From the barn my Dad built, telling me it was for goats when really it was for the horse I’d been pining for (and I believed him!), from being born in an igloo, from hiding my vitamins in a house plant—which grew very well. I am from watching my mother take night school, from hopgrassers and muhidity and “accidentally” pushing nasty cough syrup out of a window. I am from standing in the grocery store with my hands on little hips, indignantly telling my mom, "Well you're certainly not a choosy mother," when she insisted on the house brand of peanut butter.

I am from a drawer overflowing with snap shots, fading blue ink scrawled on the backs. From people I don’t know, never met. I am from grade school and buck teeth and orange ribbons and fat braids. I am from a mother who endured too much, a glass half empty. I am from a family of five, a family of three.

I am.

Y’all be proud of me. I drug my sorry ass out of bed this a.m. and headed to bootcamp at gym where the judge goes regularly, and I haven’t been to in… well, it’s been a while.

I used to take a lot of classes there—kick boxing being my favorite. Pretending to beat the crap out of an imaginary guy really did something for me. I developed a lovely right jab and left hook. My roundhouse wasn’t great, but I could follow it with an uppercut that would knock the poor guy out cold.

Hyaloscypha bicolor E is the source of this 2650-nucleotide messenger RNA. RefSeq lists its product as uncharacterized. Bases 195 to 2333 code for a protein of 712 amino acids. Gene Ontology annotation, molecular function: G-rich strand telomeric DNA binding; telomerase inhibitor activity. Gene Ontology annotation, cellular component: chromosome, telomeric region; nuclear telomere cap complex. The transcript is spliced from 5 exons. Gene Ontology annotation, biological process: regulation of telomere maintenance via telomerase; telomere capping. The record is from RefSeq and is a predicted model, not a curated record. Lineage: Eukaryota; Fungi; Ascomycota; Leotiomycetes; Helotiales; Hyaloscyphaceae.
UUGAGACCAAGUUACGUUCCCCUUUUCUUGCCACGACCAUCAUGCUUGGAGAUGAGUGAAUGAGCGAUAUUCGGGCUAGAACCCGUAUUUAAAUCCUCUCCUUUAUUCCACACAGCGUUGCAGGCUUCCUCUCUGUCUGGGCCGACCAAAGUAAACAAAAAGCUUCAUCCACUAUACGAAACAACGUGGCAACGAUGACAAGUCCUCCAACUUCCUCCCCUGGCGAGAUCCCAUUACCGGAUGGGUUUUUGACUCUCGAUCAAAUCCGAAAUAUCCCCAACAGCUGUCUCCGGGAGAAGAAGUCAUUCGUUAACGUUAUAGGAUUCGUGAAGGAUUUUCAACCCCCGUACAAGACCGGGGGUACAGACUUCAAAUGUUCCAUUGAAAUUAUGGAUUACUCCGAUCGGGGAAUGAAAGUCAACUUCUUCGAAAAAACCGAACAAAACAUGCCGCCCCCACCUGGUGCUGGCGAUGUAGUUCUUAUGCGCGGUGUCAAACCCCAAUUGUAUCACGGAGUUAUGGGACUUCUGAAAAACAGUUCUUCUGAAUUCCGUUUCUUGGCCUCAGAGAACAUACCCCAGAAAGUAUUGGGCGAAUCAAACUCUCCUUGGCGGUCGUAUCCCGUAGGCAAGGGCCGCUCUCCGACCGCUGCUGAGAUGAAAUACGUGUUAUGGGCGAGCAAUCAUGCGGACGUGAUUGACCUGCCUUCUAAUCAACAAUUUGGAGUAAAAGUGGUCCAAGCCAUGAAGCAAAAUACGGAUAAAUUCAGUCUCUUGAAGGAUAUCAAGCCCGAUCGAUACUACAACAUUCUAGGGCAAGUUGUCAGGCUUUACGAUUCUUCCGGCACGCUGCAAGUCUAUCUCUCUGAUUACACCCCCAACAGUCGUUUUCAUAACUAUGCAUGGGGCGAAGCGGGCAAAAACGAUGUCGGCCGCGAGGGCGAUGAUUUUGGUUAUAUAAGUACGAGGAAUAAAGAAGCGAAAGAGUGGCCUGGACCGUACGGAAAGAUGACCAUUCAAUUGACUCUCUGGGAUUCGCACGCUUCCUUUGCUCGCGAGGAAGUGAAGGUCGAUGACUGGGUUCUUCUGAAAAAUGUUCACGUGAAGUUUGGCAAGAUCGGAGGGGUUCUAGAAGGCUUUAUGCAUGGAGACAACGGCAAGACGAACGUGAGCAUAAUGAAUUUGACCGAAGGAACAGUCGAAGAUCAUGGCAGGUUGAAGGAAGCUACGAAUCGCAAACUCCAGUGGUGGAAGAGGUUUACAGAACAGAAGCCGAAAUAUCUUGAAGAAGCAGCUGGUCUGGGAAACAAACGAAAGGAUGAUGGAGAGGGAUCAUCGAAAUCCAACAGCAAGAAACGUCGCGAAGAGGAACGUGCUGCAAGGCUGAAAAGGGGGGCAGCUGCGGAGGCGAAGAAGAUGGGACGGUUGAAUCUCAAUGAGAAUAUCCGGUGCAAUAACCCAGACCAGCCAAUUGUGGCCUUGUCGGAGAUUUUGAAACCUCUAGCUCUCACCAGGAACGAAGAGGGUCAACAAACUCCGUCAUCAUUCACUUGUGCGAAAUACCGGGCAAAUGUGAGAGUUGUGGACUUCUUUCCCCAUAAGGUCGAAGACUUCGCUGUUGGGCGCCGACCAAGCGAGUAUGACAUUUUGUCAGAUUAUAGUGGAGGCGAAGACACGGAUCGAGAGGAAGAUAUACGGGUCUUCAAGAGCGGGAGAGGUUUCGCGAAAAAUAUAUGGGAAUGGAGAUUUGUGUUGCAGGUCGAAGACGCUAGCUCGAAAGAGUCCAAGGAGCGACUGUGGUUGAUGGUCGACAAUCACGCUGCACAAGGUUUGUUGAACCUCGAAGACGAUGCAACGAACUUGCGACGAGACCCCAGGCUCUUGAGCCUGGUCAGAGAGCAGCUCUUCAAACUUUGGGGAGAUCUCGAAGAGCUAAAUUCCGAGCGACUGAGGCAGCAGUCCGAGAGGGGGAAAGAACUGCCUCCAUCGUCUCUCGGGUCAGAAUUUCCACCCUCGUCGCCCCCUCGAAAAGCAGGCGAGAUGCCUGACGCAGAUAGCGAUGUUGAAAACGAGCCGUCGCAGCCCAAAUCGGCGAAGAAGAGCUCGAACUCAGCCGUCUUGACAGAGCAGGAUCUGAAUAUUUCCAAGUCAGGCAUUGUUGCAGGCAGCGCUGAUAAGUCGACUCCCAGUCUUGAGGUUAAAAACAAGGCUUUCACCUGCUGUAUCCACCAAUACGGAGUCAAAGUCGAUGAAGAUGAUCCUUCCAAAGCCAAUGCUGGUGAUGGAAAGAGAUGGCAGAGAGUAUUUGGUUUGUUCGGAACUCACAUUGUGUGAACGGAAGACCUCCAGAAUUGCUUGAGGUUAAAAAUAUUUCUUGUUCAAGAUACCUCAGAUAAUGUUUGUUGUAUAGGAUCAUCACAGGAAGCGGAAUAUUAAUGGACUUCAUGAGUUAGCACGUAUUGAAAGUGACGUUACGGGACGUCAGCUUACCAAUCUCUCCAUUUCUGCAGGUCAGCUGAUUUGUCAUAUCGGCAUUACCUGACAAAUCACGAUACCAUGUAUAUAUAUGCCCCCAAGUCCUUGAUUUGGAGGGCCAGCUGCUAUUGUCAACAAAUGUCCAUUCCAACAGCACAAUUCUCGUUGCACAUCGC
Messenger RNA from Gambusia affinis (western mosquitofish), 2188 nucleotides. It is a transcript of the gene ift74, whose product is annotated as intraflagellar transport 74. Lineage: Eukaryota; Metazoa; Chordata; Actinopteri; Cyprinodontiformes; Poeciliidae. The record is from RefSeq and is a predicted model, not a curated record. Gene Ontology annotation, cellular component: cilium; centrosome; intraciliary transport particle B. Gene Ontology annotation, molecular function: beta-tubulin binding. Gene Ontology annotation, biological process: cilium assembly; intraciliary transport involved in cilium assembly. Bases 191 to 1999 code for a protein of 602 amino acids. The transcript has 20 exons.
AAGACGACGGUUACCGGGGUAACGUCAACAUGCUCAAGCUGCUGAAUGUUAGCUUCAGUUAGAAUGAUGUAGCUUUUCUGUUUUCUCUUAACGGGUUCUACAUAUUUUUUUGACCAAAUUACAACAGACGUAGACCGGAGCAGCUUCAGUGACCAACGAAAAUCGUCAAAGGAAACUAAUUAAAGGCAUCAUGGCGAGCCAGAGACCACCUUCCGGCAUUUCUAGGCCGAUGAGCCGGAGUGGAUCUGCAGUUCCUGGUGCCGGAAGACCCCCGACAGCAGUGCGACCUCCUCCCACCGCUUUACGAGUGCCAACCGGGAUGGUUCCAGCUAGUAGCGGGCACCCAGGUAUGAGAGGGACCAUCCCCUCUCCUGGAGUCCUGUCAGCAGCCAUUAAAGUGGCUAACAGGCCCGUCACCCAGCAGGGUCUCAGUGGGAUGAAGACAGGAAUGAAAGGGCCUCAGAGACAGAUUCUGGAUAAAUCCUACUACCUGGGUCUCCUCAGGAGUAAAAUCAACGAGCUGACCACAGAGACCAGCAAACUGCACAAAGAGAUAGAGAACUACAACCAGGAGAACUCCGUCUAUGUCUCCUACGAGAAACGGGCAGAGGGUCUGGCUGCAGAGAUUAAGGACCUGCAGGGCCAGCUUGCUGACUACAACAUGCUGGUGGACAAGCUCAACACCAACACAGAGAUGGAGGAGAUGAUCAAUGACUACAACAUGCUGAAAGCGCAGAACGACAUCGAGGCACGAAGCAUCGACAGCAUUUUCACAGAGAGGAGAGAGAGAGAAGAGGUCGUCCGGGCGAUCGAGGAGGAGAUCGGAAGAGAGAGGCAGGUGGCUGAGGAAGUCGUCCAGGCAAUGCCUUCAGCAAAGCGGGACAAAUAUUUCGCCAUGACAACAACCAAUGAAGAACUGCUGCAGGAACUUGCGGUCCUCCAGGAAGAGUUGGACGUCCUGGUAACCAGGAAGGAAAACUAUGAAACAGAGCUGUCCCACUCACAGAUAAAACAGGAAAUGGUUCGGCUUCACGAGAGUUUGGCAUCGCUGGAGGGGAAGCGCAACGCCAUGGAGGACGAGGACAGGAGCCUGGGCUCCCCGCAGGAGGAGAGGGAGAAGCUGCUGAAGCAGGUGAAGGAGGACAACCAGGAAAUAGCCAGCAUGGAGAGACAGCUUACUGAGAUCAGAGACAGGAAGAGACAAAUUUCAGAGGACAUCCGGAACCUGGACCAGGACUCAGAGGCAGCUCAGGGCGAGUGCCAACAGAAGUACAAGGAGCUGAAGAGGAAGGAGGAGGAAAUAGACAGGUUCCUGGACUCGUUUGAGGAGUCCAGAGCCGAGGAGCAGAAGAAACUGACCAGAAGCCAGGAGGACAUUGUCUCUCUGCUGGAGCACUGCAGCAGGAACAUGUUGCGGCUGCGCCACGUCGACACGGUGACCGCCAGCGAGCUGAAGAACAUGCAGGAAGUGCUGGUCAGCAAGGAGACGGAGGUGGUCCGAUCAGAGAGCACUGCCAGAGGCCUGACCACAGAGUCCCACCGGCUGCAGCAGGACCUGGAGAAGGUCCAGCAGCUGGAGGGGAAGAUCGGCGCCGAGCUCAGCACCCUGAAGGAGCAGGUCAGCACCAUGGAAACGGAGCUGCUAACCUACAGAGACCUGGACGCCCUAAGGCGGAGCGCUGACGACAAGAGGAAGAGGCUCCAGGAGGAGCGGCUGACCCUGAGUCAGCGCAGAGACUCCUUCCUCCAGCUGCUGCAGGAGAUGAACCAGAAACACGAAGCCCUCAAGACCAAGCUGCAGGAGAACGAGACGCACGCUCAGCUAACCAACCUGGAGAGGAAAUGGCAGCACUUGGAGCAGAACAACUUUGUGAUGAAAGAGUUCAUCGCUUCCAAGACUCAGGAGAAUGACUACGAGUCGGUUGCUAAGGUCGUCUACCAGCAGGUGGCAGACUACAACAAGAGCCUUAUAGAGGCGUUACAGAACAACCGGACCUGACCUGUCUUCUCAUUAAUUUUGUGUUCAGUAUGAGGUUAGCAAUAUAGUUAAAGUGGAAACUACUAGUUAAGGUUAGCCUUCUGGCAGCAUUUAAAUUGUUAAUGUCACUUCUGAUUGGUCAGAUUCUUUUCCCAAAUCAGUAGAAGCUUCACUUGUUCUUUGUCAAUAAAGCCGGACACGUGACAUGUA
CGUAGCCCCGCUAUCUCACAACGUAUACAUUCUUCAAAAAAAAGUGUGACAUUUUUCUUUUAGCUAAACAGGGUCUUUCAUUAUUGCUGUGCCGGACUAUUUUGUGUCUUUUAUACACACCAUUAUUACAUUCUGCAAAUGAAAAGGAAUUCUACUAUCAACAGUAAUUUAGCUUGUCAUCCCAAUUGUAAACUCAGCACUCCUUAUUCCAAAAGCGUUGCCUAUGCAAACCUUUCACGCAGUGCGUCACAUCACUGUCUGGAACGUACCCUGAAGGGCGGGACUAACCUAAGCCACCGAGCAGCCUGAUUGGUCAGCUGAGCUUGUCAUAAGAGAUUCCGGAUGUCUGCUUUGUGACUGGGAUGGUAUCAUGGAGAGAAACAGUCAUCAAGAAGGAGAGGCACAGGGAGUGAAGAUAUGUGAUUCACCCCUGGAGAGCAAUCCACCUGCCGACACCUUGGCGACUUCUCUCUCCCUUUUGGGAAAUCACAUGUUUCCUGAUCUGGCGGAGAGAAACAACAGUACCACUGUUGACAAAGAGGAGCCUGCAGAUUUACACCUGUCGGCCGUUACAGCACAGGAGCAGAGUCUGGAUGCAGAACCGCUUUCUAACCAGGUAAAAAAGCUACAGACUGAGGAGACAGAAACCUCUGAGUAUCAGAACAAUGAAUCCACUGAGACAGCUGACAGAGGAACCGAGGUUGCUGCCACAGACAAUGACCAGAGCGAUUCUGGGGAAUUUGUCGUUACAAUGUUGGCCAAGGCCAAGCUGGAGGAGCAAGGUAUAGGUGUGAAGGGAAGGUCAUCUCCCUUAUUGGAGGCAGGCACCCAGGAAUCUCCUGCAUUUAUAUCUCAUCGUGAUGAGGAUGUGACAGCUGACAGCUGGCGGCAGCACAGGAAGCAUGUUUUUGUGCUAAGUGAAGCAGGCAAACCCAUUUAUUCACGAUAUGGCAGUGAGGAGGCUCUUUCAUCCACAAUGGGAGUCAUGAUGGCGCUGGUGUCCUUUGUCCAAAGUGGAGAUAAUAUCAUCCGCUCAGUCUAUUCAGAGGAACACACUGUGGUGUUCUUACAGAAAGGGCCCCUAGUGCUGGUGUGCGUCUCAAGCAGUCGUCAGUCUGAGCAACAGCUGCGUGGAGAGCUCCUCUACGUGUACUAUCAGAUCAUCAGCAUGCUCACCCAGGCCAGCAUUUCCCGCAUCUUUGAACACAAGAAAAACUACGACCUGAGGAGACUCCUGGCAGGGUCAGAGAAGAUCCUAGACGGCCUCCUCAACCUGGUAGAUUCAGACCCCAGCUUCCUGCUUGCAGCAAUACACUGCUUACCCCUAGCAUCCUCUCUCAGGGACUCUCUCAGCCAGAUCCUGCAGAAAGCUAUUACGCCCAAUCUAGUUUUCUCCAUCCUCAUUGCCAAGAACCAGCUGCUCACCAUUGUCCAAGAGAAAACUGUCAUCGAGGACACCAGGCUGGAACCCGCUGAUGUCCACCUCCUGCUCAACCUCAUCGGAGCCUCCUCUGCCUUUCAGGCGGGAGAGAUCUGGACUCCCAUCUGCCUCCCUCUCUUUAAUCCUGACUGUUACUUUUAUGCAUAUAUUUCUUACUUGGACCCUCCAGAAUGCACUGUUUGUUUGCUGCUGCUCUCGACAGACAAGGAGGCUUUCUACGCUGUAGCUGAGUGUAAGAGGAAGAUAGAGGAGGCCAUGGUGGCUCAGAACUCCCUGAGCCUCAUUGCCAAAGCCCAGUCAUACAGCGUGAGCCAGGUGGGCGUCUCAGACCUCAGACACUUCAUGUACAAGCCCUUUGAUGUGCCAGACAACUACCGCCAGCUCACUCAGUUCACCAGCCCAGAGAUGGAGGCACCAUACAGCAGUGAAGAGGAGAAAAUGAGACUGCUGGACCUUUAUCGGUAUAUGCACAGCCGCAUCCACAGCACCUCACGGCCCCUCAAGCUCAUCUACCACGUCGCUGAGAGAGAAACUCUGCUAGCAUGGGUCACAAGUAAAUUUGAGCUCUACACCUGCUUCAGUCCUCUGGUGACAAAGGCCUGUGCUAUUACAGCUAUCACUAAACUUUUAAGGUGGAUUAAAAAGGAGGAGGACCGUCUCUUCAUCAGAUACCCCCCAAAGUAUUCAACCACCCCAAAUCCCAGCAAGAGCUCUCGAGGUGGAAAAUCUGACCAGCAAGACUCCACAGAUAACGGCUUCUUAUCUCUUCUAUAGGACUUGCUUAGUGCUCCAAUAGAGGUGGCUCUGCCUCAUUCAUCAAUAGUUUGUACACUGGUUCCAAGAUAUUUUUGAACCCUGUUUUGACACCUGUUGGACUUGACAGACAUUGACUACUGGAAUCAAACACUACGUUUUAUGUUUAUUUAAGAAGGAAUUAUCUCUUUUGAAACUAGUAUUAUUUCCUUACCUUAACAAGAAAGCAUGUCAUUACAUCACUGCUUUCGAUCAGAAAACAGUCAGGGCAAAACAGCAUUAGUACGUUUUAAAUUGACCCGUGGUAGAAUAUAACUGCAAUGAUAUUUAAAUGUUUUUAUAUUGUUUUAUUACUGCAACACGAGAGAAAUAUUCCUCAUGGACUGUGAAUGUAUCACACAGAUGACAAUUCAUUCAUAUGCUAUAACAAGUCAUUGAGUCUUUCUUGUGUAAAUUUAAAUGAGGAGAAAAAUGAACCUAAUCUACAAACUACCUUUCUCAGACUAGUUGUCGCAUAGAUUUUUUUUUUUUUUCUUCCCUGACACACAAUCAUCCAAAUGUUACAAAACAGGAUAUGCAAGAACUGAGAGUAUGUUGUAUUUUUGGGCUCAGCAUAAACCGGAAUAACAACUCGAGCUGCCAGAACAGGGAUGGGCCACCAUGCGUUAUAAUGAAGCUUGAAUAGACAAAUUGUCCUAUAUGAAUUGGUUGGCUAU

I was a regular then, and had earned my spot in the front row. The instructors knew me and would say hi at the Farmer’s Market and such. I felt like a rock star inside.

I’d see the older, perhaps a bit out-of-shape, ladies come in and head to the back of the class. I would be nice to them. I mean…they were making an effort, you know? They were getting out there and trying to keep the upper hand on the old aging process. They were cute.

Well, as one of my favorite bloggers would say, today I got bitch slapped.

I was that older, slightly out-of-shape woman. I’m still cringing at the recognition of it.

The judge and I were a minute late, which was completely my fault. A 5:15 class is early, WAY too early for a not-morning-person like myself. The judge brought me coffee and everything, but it just took me a while to become completely conscious. I know you other not-morning-people know what I’m talking about.